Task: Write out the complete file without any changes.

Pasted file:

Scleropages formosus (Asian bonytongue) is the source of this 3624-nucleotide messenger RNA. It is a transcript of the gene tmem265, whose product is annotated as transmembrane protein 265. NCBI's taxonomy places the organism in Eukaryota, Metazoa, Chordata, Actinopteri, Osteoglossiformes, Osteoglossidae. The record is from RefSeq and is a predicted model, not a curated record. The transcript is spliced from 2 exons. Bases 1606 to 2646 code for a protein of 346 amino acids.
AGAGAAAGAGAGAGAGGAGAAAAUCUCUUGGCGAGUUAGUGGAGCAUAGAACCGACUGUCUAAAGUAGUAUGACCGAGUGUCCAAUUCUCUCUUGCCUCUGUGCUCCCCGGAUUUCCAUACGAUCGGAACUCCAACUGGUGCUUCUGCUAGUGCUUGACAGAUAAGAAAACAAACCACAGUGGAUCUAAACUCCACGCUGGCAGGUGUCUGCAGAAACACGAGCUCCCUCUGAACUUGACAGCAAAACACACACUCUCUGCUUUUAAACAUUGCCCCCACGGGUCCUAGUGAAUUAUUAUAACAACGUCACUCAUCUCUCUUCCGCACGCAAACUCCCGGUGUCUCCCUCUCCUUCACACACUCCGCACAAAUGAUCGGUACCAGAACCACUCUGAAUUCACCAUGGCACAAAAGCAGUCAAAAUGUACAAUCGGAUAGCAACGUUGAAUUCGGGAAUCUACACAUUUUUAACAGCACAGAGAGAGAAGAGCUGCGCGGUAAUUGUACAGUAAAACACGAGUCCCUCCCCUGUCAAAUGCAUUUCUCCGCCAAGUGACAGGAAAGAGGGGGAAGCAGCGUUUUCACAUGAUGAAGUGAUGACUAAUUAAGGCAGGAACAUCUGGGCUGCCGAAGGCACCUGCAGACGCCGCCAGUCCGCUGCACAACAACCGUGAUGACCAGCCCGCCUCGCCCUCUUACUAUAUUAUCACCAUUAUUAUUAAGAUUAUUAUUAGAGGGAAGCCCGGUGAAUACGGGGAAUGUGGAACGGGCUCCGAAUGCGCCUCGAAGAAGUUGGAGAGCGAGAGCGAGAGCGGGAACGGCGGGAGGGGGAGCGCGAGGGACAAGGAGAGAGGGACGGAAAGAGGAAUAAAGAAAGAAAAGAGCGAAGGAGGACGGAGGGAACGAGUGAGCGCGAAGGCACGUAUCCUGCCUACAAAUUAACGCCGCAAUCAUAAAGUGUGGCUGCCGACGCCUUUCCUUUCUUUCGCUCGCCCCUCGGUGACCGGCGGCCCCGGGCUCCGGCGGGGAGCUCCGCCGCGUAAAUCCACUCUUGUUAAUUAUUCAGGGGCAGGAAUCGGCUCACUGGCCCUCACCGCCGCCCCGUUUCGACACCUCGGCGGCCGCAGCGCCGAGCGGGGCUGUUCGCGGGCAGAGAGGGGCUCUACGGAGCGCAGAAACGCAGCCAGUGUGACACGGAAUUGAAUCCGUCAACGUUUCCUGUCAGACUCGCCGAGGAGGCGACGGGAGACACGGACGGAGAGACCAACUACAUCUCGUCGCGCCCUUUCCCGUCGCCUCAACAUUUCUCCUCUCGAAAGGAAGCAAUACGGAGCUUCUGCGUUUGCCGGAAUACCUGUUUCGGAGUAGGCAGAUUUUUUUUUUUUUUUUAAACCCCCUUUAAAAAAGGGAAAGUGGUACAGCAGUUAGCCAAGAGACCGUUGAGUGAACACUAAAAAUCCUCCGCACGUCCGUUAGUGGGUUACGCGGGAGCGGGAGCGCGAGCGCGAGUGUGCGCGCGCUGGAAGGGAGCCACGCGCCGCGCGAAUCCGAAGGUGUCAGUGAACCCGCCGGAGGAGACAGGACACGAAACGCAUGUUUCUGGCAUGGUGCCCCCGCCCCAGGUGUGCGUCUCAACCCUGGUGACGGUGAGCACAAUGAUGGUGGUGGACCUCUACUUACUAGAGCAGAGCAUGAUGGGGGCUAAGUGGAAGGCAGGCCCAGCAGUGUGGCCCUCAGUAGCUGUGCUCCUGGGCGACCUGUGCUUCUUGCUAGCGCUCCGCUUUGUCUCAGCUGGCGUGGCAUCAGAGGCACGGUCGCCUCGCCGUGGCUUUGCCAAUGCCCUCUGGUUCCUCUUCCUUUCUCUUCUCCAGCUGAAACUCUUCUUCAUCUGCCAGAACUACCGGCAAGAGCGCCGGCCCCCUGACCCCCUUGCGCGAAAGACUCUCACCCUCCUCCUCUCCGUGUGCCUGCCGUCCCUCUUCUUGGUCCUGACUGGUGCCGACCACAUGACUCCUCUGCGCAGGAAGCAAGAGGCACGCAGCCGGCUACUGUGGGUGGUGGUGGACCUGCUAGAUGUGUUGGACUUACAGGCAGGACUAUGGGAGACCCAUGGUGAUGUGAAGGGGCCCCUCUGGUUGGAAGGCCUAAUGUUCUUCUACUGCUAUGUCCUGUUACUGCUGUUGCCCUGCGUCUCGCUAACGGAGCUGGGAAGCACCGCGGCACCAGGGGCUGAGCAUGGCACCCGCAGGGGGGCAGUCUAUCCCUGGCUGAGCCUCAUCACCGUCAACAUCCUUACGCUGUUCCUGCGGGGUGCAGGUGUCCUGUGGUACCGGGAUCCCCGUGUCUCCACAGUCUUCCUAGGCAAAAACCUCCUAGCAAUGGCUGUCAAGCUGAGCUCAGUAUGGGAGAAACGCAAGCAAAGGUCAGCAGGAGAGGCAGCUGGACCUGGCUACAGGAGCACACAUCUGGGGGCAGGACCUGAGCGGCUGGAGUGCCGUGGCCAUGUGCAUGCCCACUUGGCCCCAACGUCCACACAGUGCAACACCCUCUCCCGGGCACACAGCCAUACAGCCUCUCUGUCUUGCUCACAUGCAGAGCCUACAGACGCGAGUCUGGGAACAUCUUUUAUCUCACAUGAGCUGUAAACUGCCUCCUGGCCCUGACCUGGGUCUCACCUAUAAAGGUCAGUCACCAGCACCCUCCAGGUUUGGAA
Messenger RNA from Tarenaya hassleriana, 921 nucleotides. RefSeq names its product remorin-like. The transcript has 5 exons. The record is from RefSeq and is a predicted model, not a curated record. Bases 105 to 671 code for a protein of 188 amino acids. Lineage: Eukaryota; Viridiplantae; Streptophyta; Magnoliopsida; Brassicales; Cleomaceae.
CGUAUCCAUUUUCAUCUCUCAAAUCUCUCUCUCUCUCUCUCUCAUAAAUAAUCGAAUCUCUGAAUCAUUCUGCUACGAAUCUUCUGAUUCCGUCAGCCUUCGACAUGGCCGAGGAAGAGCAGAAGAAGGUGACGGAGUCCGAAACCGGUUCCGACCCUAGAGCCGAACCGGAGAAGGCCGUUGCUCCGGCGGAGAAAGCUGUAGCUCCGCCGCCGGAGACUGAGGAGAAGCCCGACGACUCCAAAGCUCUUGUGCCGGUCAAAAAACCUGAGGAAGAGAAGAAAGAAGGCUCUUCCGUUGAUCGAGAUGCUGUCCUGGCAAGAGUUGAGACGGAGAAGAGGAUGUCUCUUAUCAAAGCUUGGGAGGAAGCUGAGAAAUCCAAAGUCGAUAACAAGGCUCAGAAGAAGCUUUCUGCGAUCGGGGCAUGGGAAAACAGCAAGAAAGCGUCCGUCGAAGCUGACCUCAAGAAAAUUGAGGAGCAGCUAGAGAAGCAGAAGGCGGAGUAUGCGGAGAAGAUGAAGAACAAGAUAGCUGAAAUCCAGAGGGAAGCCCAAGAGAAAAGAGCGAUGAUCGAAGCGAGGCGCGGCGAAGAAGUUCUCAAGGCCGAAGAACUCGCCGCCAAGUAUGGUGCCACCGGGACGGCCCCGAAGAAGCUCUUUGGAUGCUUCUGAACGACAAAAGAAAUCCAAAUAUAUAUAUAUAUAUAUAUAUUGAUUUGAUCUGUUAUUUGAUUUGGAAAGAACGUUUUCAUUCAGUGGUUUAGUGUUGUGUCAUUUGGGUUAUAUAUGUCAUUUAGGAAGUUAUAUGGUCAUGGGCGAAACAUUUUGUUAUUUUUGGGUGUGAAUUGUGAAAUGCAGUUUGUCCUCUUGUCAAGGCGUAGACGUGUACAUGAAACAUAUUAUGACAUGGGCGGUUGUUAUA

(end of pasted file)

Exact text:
Scleropages formosus (Asian bonytongue) is the source of this 3624-nucleotide messenger RNA. It is a transcript of the gene tmem265, whose product is annotated as transmembrane protein 265. NCBI's taxonomy places the organism in Eukaryota, Metazoa, Chordata, Actinopteri, Osteoglossiformes, Osteoglossidae. The record is from RefSeq and is a predicted model, not a curated record. The transcript is spliced from 2 exons. Bases 1606 to 2646 code for a protein of 346 amino acids.
AGAGAAAGAGAGAGAGGAGAAAAUCUCUUGGCGAGUUAGUGGAGCAUAGAACCGACUGUCUAAAGUAGUAUGACCGAGUGUCCAAUUCUCUCUUGCCUCUGUGCUCCCCGGAUUUCCAUACGAUCGGAACUCCAACUGGUGCUUCUGCUAGUGCUUGACAGAUAAGAAAACAAACCACAGUGGAUCUAAACUCCACGCUGGCAGGUGUCUGCAGAAACACGAGCUCCCUCUGAACUUGACAGCAAAACACACACUCUCUGCUUUUAAACAUUGCCCCCACGGGUCCUAGUGAAUUAUUAUAACAACGUCACUCAUCUCUCUUCCGCACGCAAACUCCCGGUGUCUCCCUCUCCUUCACACACUCCGCACAAAUGAUCGGUACCAGAACCACUCUGAAUUCACCAUGGCACAAAAGCAGUCAAAAUGUACAAUCGGAUAGCAACGUUGAAUUCGGGAAUCUACACAUUUUUAACAGCACAGAGAGAGAAGAGCUGCGCGGUAAUUGUACAGUAAAACACGAGUCCCUCCCCUGUCAAAUGCAUUUCUCCGCCAAGUGACAGGAAAGAGGGGGAAGCAGCGUUUUCACAUGAUGAAGUGAUGACUAAUUAAGGCAGGAACAUCUGGGCUGCCGAAGGCACCUGCAGACGCCGCCAGUCCGCUGCACAACAACCGUGAUGACCAGCCCGCCUCGCCCUCUUACUAUAUUAUCACCAUUAUUAUUAAGAUUAUUAUUAGAGGGAAGCCCGGUGAAUACGGGGAAUGUGGAACGGGCUCCGAAUGCGCCUCGAAGAAGUUGGAGAGCGAGAGCGAGAGCGGGAACGGCGGGAGGGGGAGCGCGAGGGACAAGGAGAGAGGGACGGAAAGAGGAAUAAAGAAAGAAAAGAGCGAAGGAGGACGGAGGGAACGAGUGAGCGCGAAGGCACGUAUCCUGCCUACAAAUUAACGCCGCAAUCAUAAAGUGUGGCUGCCGACGCCUUUCCUUUCUUUCGCUCGCCCCUCGGUGACCGGCGGCCCCGGGCUCCGGCGGGGAGCUCCGCCGCGUAAAUCCACUCUUGUUAAUUAUUCAGGGGCAGGAAUCGGCUCACUGGCCCUCACCGCCGCCCCGUUUCGACACCUCGGCGGCCGCAGCGCCGAGCGGGGCUGUUCGCGGGCAGAGAGGGGCUCUACGGAGCGCAGAAACGCAGCCAGUGUGACACGGAAUUGAAUCCGUCAACGUUUCCUGUCAGACUCGCCGAGGAGGCGACGGGAGACACGGACGGAGAGACCAACUACAUCUCGUCGCGCCCUUUCCCGUCGCCUCAACAUUUCUCCUCUCGAAAGGAAGCAAUACGGAGCUUCUGCGUUUGCCGGAAUACCUGUUUCGGAGUAGGCAGAUUUUUUUUUUUUUUUUAAACCCCCUUUAAAAAAGGGAAAGUGGUACAGCAGUUAGCCAAGAGACCGUUGAGUGAACACUAAAAAUCCUCCGCACGUCCGUUAGUGGGUUACGCGGGAGCGGGAGCGCGAGCGCGAGUGUGCGCGCGCUGGAAGGGAGCCACGCGCCGCGCGAAUCCGAAGGUGUCAGUGAACCCGCCGGAGGAGACAGGACACGAAACGCAUGUUUCUGGCAUGGUGCCCCCGCCCCAGGUGUGCGUCUCAACCCUGGUGACGGUGAGCACAAUGAUGGUGGUGGACCUCUACUUACUAGAGCAGAGCAUGAUGGGGGCUAAGUGGAAGGCAGGCCCAGCAGUGUGGCCCUCAGUAGCUGUGCUCCUGGGCGACCUGUGCUUCUUGCUAGCGCUCCGCUUUGUCUCAGCUGGCGUGGCAUCAGAGGCACGGUCGCCUCGCCGUGGCUUUGCCAAUGCCCUCUGGUUCCUCUUCCUUUCUCUUCUCCAGCUGAAACUCUUCUUCAUCUGCCAGAACUACCGGCAAGAGCGCCGGCCCCCUGACCCCCUUGCGCGAAAGACUCUCACCCUCCUCCUCUCCGUGUGCCUGCCGUCCCUCUUCUUGGUCCUGACUGGUGCCGACCACAUGACUCCUCUGCGCAGGAAGCAAGAGGCACGCAGCCGGCUACUGUGGGUGGUGGUGGACCUGCUAGAUGUGUUGGACUUACAGGCAGGACUAUGGGAGACCCAUGGUGAUGUGAAGGGGCCCCUCUGGUUGGAAGGCCUAAUGUUCUUCUACUGCUAUGUCCUGUUACUGCUGUUGCCCUGCGUCUCGCUAACGGAGCUGGGAAGCACCGCGGCACCAGGGGCUGAGCAUGGCACCCGCAGGGGGGCAGUCUAUCCCUGGCUGAGCCUCAUCACCGUCAACAUCCUUACGCUGUUCCUGCGGGGUGCAGGUGUCCUGUGGUACCGGGAUCCCCGUGUCUCCACAGUCUUCCUAGGCAAAAACCUCCUAGCAAUGGCUGUCAAGCUGAGCUCAGUAUGGGAGAAACGCAAGCAAAGGUCAGCAGGAGAGGCAGCUGGACCUGGCUACAGGAGCACACAUCUGGGGGCAGGACCUGAGCGGCUGGAGUGCCGUGGCCAUGUGCAUGCCCACUUGGCCCCAACGUCCACACAGUGCAACACCCUCUCCCGGGCACACAGCCAUACAGCCUCUCUGUCUUGCUCACAUGCAGAGCCUACAGACGCGAGUCUGGGAACAUCUUUUAUCUCACAUGAGCUGUAAACUGCCUCCUGGCCCUGACCUGGGUCUCACCUAUAAAGGUCAGUCACCAGCACCCUCCAGGUUUGGAA
Messenger RNA from Tarenaya hassleriana, 921 nucleotides. RefSeq names its product remorin-like. The transcript has 5 exons. The record is from RefSeq and is a predicted model, not a curated record. Bases 105 to 671 code for a protein of 188 amino acids. Lineage: Eukaryota; Viridiplantae; Streptophyta; Magnoliopsida; Brassicales; Cleomaceae.
CGUAUCCAUUUUCAUCUCUCAAAUCUCUCUCUCUCUCUCUCUCAUAAAUAAUCGAAUCUCUGAAUCAUUCUGCUACGAAUCUUCUGAUUCCGUCAGCCUUCGACAUGGCCGAGGAAGAGCAGAAGAAGGUGACGGAGUCCGAAACCGGUUCCGACCCUAGAGCCGAACCGGAGAAGGCCGUUGCUCCGGCGGAGAAAGCUGUAGCUCCGCCGCCGGAGACUGAGGAGAAGCCCGACGACUCCAAAGCUCUUGUGCCGGUCAAAAAACCUGAGGAAGAGAAGAAAGAAGGCUCUUCCGUUGAUCGAGAUGCUGUCCUGGCAAGAGUUGAGACGGAGAAGAGGAUGUCUCUUAUCAAAGCUUGGGAGGAAGCUGAGAAAUCCAAAGUCGAUAACAAGGCUCAGAAGAAGCUUUCUGCGAUCGGGGCAUGGGAAAACAGCAAGAAAGCGUCCGUCGAAGCUGACCUCAAGAAAAUUGAGGAGCAGCUAGAGAAGCAGAAGGCGGAGUAUGCGGAGAAGAUGAAGAACAAGAUAGCUGAAAUCCAGAGGGAAGCCCAAGAGAAAAGAGCGAUGAUCGAAGCGAGGCGCGGCGAAGAAGUUCUCAAGGCCGAAGAACUCGCCGCCAAGUAUGGUGCCACCGGGACGGCCCCGAAGAAGCUCUUUGGAUGCUUCUGAACGACAAAAGAAAUCCAAAUAUAUAUAUAUAUAUAUAUAUUGAUUUGAUCUGUUAUUUGAUUUGGAAAGAACGUUUUCAUUCAGUGGUUUAGUGUUGUGUCAUUUGGGUUAUAUAUGUCAUUUAGGAAGUUAUAUGGUCAUGGGCGAAACAUUUUGUUAUUUUUGGGUGUGAAUUGUGAAAUGCAGUUUGUCCUCUUGUCAAGGCGUAGACGUGUACAUGAAACAUAUUAUGACAUGGGCGGUUGUUAUA